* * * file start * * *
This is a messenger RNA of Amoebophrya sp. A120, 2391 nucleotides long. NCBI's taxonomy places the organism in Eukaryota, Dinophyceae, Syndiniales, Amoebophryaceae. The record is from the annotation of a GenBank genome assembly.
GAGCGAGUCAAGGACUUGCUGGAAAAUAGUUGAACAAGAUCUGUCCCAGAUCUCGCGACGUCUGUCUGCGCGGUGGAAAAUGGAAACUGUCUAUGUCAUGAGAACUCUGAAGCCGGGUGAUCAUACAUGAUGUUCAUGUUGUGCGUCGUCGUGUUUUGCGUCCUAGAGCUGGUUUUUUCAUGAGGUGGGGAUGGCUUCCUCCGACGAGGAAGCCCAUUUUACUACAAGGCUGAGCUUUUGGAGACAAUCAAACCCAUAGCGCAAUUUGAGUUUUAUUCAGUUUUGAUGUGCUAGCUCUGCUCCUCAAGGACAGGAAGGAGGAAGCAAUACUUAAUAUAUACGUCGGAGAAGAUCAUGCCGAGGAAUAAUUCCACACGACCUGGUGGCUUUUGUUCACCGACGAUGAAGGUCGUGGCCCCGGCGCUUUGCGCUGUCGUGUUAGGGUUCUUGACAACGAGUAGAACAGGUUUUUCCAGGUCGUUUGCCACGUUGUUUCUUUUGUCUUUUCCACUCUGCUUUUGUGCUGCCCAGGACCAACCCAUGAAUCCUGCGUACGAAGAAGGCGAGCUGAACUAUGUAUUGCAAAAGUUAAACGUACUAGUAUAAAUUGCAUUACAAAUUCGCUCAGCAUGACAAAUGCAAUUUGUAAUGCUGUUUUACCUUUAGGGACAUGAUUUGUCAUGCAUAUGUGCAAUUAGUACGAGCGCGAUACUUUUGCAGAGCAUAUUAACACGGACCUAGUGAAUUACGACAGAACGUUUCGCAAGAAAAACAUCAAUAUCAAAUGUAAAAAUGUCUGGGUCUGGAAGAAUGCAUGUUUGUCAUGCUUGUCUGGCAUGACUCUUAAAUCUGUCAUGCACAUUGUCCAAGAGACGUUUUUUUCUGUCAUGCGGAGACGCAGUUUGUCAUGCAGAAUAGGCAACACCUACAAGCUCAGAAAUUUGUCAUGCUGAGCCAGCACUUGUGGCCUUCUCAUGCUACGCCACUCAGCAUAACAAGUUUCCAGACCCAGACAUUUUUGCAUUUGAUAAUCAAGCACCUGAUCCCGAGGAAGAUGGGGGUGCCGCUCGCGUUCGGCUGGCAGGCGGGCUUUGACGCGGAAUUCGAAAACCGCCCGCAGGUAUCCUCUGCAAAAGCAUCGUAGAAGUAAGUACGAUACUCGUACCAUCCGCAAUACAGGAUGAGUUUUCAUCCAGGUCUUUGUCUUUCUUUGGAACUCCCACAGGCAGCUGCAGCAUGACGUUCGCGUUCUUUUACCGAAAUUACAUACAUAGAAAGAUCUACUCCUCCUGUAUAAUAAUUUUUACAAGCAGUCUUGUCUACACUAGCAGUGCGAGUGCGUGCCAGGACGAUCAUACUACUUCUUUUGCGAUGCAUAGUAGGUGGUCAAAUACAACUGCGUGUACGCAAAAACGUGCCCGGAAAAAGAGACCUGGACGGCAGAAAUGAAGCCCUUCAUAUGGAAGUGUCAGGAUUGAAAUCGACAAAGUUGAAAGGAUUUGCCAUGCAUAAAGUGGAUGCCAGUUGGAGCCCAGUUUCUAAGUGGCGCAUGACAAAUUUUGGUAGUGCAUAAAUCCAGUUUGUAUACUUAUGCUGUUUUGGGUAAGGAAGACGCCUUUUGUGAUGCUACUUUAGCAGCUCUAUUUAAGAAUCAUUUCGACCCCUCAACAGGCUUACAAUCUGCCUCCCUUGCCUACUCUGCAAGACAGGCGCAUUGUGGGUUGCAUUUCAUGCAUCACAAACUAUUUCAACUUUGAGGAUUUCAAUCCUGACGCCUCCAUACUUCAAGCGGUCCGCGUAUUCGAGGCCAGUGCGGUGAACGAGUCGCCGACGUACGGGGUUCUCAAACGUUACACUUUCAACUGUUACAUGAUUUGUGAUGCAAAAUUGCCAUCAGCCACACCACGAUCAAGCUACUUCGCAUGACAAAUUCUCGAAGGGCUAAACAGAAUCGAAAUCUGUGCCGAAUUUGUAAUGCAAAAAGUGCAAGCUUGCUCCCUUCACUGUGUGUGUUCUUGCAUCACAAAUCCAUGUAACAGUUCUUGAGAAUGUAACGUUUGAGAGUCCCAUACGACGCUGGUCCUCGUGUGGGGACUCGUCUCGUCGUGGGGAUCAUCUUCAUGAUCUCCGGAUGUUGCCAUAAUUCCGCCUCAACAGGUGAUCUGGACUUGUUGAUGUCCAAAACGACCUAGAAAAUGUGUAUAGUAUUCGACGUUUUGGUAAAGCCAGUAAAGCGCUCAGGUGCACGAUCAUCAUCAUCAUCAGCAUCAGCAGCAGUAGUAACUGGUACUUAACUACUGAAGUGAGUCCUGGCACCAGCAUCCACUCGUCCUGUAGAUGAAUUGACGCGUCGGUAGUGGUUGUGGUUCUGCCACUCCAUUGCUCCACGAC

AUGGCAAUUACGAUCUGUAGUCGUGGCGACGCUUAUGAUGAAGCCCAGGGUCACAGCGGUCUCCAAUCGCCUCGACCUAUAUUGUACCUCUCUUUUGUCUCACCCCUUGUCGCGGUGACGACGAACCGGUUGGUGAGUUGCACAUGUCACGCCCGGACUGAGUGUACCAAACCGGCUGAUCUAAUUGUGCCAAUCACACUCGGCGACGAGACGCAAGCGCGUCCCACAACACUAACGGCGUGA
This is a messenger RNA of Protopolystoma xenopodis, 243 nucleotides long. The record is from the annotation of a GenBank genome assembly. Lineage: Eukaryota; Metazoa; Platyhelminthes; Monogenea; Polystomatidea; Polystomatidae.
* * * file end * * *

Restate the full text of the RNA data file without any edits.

This is a messenger RNA of Amoebophrya sp. A120, 2391 nucleotides long. NCBI's taxonomy places the organism in Eukaryota, Dinophyceae, Syndiniales, Amoebophryaceae. The record is from the annotation of a GenBank genome assembly.
GAGCGAGUCAAGGACUUGCUGGAAAAUAGUUGAACAAGAUCUGUCCCAGAUCUCGCGACGUCUGUCUGCGCGGUGGAAAAUGGAAACUGUCUAUGUCAUGAGAACUCUGAAGCCGGGUGAUCAUACAUGAUGUUCAUGUUGUGCGUCGUCGUGUUUUGCGUCCUAGAGCUGGUUUUUUCAUGAGGUGGGGAUGGCUUCCUCCGACGAGGAAGCCCAUUUUACUACAAGGCUGAGCUUUUGGAGACAAUCAAACCCAUAGCGCAAUUUGAGUUUUAUUCAGUUUUGAUGUGCUAGCUCUGCUCCUCAAGGACAGGAAGGAGGAAGCAAUACUUAAUAUAUACGUCGGAGAAGAUCAUGCCGAGGAAUAAUUCCACACGACCUGGUGGCUUUUGUUCACCGACGAUGAAGGUCGUGGCCCCGGCGCUUUGCGCUGUCGUGUUAGGGUUCUUGACAACGAGUAGAACAGGUUUUUCCAGGUCGUUUGCCACGUUGUUUCUUUUGUCUUUUCCACUCUGCUUUUGUGCUGCCCAGGACCAACCCAUGAAUCCUGCGUACGAAGAAGGCGAGCUGAACUAUGUAUUGCAAAAGUUAAACGUACUAGUAUAAAUUGCAUUACAAAUUCGCUCAGCAUGACAAAUGCAAUUUGUAAUGCUGUUUUACCUUUAGGGACAUGAUUUGUCAUGCAUAUGUGCAAUUAGUACGAGCGCGAUACUUUUGCAGAGCAUAUUAACACGGACCUAGUGAAUUACGACAGAACGUUUCGCAAGAAAAACAUCAAUAUCAAAUGUAAAAAUGUCUGGGUCUGGAAGAAUGCAUGUUUGUCAUGCUUGUCUGGCAUGACUCUUAAAUCUGUCAUGCACAUUGUCCAAGAGACGUUUUUUUCUGUCAUGCGGAGACGCAGUUUGUCAUGCAGAAUAGGCAACACCUACAAGCUCAGAAAUUUGUCAUGCUGAGCCAGCACUUGUGGCCUUCUCAUGCUACGCCACUCAGCAUAACAAGUUUCCAGACCCAGACAUUUUUGCAUUUGAUAAUCAAGCACCUGAUCCCGAGGAAGAUGGGGGUGCCGCUCGCGUUCGGCUGGCAGGCGGGCUUUGACGCGGAAUUCGAAAACCGCCCGCAGGUAUCCUCUGCAAAAGCAUCGUAGAAGUAAGUACGAUACUCGUACCAUCCGCAAUACAGGAUGAGUUUUCAUCCAGGUCUUUGUCUUUCUUUGGAACUCCCACAGGCAGCUGCAGCAUGACGUUCGCGUUCUUUUACCGAAAUUACAUACAUAGAAAGAUCUACUCCUCCUGUAUAAUAAUUUUUACAAGCAGUCUUGUCUACACUAGCAGUGCGAGUGCGUGCCAGGACGAUCAUACUACUUCUUUUGCGAUGCAUAGUAGGUGGUCAAAUACAACUGCGUGUACGCAAAAACGUGCCCGGAAAAAGAGACCUGGACGGCAGAAAUGAAGCCCUUCAUAUGGAAGUGUCAGGAUUGAAAUCGACAAAGUUGAAAGGAUUUGCCAUGCAUAAAGUGGAUGCCAGUUGGAGCCCAGUUUCUAAGUGGCGCAUGACAAAUUUUGGUAGUGCAUAAAUCCAGUUUGUAUACUUAUGCUGUUUUGGGUAAGGAAGACGCCUUUUGUGAUGCUACUUUAGCAGCUCUAUUUAAGAAUCAUUUCGACCCCUCAACAGGCUUACAAUCUGCCUCCCUUGCCUACUCUGCAAGACAGGCGCAUUGUGGGUUGCAUUUCAUGCAUCACAAACUAUUUCAACUUUGAGGAUUUCAAUCCUGACGCCUCCAUACUUCAAGCGGUCCGCGUAUUCGAGGCCAGUGCGGUGAACGAGUCGCCGACGUACGGGGUUCUCAAACGUUACACUUUCAACUGUUACAUGAUUUGUGAUGCAAAAUUGCCAUCAGCCACACCACGAUCAAGCUACUUCGCAUGACAAAUUCUCGAAGGGCUAAACAGAAUCGAAAUCUGUGCCGAAUUUGUAAUGCAAAAAGUGCAAGCUUGCUCCCUUCACUGUGUGUGUUCUUGCAUCACAAAUCCAUGUAACAGUUCUUGAGAAUGUAACGUUUGAGAGUCCCAUACGACGCUGGUCCUCGUGUGGGGACUCGUCUCGUCGUGGGGAUCAUCUUCAUGAUCUCCGGAUGUUGCCAUAAUUCCGCCUCAACAGGUGAUCUGGACUUGUUGAUGUCCAAAACGACCUAGAAAAUGUGUAUAGUAUUCGACGUUUUGGUAAAGCCAGUAAAGCGCUCAGGUGCACGAUCAUCAUCAUCAUCAGCAUCAGCAGCAGUAGUAACUGGUACUUAACUACUGAAGUGAGUCCUGGCACCAGCAUCCACUCGUCCUGUAGAUGAAUUGACGCGUCGGUAGUGGUUGUGGUUCUGCCACUCCAUUGCUCCACGAC

AUGGCAAUUACGAUCUGUAGUCGUGGCGACGCUUAUGAUGAAGCCCAGGGUCACAGCGGUCUCCAAUCGCCUCGACCUAUAUUGUACCUCUCUUUUGUCUCACCCCUUGUCGCGGUGACGACGAACCGGUUGGUGAGUUGCACAUGUCACGCCCGGACUGAGUGUACCAAACCGGCUGAUCUAAUUGUGCCAAUCACACUCGGCGACGAGACGCAAGCGCGUCCCACAACACUAACGGCGUGA
This is a messenger RNA of Protopolystoma xenopodis, 243 nucleotides long. The record is from the annotation of a GenBank genome assembly. Lineage: Eukaryota; Metazoa; Platyhelminthes; Monogenea; Polystomatidea; Polystomatidae.